Twitter Feed Display

For this project, we’ll be displaying the latest Tweet of a specified Twitter user on the OLED Expansion:

oled+tweet photo


Skill Level: Beginner

Time Required: 20 minutes

The code will be written in Python and we’ll be making use of Twitter’s REST APIs to grab Tweet data. Specifically, the code uses the statuses/user_timeline endpoint. Also in use is Onion’s pyOledExp module to provide control of the OLED Expansion.

The complete project code can be found in Onion’s oled-twitter-display repo on GitHub.



Follow these instructions to set this project up on your very own Omega!

1. Prepare

You’ll have to have an Omega2 ready to go, complete the First Time Setup Guide to connect your Omega to WiFi and update to the latest firmware.

Once that’s done, plug in your OLED Expansion:

oled expansion dock

2. Install Python

Connect to the Omega’s command line and install Python as well as some of the packages we need:

opkg update
opkg install python-light python-urllib3 pyOledExp

The python-urllib3 package will allow us to make HTTP requests in Python, while the pyOledExp package gives us control of the OLED Expansion.

3. Download the Project Code

The code for this project is all done and can be found in Onion’s oled-twitter-display repo on GitHub. Follow the instructions on installing Git, navigate to the /root directory on the Omega, and clone the GitHub repo:

cd /root
git clone

If you’re in a hurry, we can download the code directly and avoid installing git.
Run the following:

mkdir /root/oled-twitter-display
cd /root/oled-twitter-display

We can do this direct download since this GitHub repo is public.

4. Create a Twitter Application

We’ll need to create a Twitter Application in order to be able to use Twitter’s APIs to grab Tweets. Specifically, our code needs an API Key and API Secret in order to authenticate with Twitter before we can use the APIs:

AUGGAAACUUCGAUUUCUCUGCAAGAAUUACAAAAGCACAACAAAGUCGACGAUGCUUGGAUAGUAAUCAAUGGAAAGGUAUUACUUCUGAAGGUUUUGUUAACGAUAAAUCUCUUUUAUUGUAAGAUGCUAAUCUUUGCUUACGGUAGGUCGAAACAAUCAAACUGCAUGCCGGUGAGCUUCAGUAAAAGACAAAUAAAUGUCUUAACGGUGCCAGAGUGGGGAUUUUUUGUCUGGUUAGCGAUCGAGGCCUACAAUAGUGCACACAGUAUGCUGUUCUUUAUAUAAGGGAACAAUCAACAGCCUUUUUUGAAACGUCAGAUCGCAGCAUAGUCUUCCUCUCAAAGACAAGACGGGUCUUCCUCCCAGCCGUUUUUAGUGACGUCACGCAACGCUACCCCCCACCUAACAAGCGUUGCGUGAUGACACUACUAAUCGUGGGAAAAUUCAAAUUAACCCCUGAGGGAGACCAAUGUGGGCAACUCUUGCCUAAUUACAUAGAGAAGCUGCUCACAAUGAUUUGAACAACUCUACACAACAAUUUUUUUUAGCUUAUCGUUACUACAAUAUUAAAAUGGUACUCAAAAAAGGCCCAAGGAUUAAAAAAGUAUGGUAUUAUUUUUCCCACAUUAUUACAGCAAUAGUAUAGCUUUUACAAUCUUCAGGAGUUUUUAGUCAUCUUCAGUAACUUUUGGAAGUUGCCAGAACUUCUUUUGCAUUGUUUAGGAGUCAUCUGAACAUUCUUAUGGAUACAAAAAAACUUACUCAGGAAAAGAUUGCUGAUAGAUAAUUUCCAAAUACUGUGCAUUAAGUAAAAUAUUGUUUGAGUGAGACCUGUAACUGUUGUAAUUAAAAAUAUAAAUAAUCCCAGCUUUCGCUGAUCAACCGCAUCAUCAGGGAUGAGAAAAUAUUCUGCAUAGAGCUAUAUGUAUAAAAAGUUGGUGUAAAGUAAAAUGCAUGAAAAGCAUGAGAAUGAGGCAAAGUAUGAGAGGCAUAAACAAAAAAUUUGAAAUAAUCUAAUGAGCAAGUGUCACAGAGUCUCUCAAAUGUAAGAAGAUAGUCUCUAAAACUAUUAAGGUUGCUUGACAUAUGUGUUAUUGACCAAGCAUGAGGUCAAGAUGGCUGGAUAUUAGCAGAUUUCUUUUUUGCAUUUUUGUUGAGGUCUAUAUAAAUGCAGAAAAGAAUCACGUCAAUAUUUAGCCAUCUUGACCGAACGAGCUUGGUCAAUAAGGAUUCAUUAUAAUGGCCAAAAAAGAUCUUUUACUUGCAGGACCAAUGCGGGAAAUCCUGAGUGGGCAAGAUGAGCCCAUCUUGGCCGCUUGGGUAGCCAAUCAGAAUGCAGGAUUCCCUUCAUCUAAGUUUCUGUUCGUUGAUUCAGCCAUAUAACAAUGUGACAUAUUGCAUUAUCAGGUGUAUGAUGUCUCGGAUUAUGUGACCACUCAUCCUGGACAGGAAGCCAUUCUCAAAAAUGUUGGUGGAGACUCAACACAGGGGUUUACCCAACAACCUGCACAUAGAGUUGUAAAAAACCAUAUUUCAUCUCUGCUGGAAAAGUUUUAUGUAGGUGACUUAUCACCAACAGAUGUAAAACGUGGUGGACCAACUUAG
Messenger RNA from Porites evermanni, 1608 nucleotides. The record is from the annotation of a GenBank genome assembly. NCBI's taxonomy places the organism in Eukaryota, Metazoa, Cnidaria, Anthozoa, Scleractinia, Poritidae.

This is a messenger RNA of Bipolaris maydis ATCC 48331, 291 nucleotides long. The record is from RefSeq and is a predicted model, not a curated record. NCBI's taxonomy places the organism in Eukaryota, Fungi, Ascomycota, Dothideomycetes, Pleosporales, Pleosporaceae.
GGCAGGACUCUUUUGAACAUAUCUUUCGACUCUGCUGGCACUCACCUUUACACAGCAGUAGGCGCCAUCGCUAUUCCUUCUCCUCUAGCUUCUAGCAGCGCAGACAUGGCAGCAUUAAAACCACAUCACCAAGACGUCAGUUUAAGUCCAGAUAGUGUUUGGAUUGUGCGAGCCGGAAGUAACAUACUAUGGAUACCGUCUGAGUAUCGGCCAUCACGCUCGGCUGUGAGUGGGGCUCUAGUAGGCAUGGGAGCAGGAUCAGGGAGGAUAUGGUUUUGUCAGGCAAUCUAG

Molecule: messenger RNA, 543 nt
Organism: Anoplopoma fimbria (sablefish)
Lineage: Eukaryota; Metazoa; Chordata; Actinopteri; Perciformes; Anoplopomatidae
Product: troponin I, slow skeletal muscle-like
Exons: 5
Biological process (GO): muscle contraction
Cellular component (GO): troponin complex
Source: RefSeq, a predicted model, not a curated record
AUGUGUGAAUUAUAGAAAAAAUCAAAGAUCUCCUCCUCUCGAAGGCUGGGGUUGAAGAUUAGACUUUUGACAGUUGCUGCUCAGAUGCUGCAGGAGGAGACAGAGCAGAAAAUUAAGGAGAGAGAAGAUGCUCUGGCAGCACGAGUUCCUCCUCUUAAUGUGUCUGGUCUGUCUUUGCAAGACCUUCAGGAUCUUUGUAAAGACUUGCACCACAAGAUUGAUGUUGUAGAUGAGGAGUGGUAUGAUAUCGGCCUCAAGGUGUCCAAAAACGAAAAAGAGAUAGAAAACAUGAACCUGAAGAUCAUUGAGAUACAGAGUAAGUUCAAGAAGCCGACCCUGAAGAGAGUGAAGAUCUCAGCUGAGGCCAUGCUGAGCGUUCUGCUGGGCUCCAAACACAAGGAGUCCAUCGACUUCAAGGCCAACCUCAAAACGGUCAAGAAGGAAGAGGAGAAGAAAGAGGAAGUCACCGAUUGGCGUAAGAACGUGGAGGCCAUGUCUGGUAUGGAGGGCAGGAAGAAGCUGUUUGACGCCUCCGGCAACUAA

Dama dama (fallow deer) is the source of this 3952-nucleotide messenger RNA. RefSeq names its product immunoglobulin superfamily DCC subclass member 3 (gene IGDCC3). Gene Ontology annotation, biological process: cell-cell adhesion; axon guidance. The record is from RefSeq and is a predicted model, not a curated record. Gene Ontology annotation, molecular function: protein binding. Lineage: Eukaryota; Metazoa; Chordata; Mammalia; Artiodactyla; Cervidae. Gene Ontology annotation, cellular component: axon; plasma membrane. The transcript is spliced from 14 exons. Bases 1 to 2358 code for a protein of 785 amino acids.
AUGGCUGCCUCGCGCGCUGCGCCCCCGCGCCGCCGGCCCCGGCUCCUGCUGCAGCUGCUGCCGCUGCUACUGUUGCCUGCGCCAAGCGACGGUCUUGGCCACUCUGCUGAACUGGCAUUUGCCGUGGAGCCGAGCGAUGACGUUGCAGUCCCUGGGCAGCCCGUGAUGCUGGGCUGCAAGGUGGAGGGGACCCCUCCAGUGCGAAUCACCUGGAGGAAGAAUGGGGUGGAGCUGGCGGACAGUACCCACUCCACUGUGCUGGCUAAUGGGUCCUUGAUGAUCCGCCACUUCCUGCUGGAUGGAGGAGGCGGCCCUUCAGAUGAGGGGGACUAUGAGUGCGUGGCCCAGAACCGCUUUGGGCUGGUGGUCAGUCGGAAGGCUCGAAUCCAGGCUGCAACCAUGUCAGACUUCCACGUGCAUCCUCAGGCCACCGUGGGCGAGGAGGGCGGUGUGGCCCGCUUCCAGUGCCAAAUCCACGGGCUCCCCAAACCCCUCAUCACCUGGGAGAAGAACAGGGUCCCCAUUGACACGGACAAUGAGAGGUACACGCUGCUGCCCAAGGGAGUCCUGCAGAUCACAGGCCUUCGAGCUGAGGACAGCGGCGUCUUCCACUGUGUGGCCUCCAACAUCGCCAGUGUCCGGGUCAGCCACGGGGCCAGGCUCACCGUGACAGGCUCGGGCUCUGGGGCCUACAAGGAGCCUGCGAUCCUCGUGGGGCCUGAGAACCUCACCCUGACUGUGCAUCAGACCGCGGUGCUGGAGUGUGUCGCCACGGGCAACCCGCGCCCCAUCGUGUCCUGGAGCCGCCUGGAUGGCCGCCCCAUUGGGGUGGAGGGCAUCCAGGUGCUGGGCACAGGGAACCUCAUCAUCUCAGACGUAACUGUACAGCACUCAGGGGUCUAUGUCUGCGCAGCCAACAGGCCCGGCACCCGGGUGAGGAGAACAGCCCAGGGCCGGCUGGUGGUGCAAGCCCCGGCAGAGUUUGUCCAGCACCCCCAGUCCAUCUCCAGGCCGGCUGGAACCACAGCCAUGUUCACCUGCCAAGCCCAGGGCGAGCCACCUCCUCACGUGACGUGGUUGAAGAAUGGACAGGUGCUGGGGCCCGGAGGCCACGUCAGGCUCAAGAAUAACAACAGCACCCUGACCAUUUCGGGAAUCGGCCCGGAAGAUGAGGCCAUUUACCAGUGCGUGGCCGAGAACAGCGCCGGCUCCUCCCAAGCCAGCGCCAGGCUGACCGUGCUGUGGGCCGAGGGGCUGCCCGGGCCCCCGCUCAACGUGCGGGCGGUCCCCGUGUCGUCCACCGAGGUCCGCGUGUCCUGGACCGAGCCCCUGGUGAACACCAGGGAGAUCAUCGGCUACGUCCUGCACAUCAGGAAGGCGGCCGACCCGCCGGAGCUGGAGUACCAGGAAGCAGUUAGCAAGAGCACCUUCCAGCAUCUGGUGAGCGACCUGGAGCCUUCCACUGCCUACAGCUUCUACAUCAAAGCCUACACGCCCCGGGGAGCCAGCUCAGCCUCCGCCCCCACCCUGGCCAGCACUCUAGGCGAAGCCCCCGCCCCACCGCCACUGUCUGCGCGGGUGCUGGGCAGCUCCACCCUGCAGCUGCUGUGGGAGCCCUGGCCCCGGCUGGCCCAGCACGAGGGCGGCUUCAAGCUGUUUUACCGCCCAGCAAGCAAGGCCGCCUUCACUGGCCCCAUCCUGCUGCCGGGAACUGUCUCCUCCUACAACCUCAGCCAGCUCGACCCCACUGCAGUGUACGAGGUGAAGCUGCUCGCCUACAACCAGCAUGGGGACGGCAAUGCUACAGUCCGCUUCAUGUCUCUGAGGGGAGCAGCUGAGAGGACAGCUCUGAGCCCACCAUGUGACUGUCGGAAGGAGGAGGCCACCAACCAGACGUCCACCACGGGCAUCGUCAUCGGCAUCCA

1. Head over to and sign in with your Twitter handle twitter apps splash screen
  2. Fill in the form details for your application. It doesn’t really matter what you type in, but a solid name and description goes a long way when you come back to a project after months away from it. twitter apps create app
  3. Read and agree to the Twitter Developer Agreement and hit Create your Twitter application. twitter apps create app part 2

    Note that your Twitter account must have an associated mobile phone number before Twitter will allow you to create an application!

  4. Your Application is now created! twitter app created
  5. Head over to the Keys and Access Tokens tab to grab the info we need twitter app keys

5. Setup and Run the Code

The config.json file holds all of the settings for the project. Populate the authorization object with the Consumer Key and Consumer Secret from the Twitter app.

And then populate application.user with the Twitter handle whose latest tweet you want to be shown on the OLED Expansion:

config file

Now run the code: python

oled+tweet photo

If you’re interested in how the pyOledExp code can be used to control the OLED Expansion, take a look at how it’s used in the project code and also check out the pyOledExp Module documentation.

6. Automate the Program to Run Periodically

The program will grab and display the latest Tweet, and then promptly exit. We’ll use cron, a super useful Linux utility, to have the program run periodically.

Enter crontab -e to add a task to the cron daemon, it will open a file in vi, enter in the following:

*/5 * * * * python /root/oled-twitter-display/

This assumes that your project code is located in /root/oled-twitter-display

Now, we’ll restart cron:

/etc/init.d/cron restart

And the code will run once every 5 minutes, updating the Tweet shown on your OLED.

Check out the Omega documentation for more info on using cron

Code Highlight

All of Twitter’s API endpoints require authentication, so that will be the first task of our program. Luckily, Twitter provides Application-Only Authentication, which is why we had to create our own Twitter Application in Step 4 above. Application-Only Authentication is great for a few reasons:

  • Your program doesn’t include your Twitter username and password
  • It allows restricting access, so the application can view/modify only certain things
  • The API Key and API Secret (also referred to as Consumer Key and Consumer Secret) can be regenerated if compromised

From a high-level, the twitterApiAuthenticate() function in the code does an HTTP POST request to with the header containing the base64 encoded Consumer Key and Secret for our application. If the provided Key and Secret are valid, the response will include a Bearer Token. The returned Bearer Token is set to a global variable, and is then used for authorization in the headers of every subsequent request to Twitter’s API.

This is a very common authentication practise, see Twitter’s Authentication documentation for more details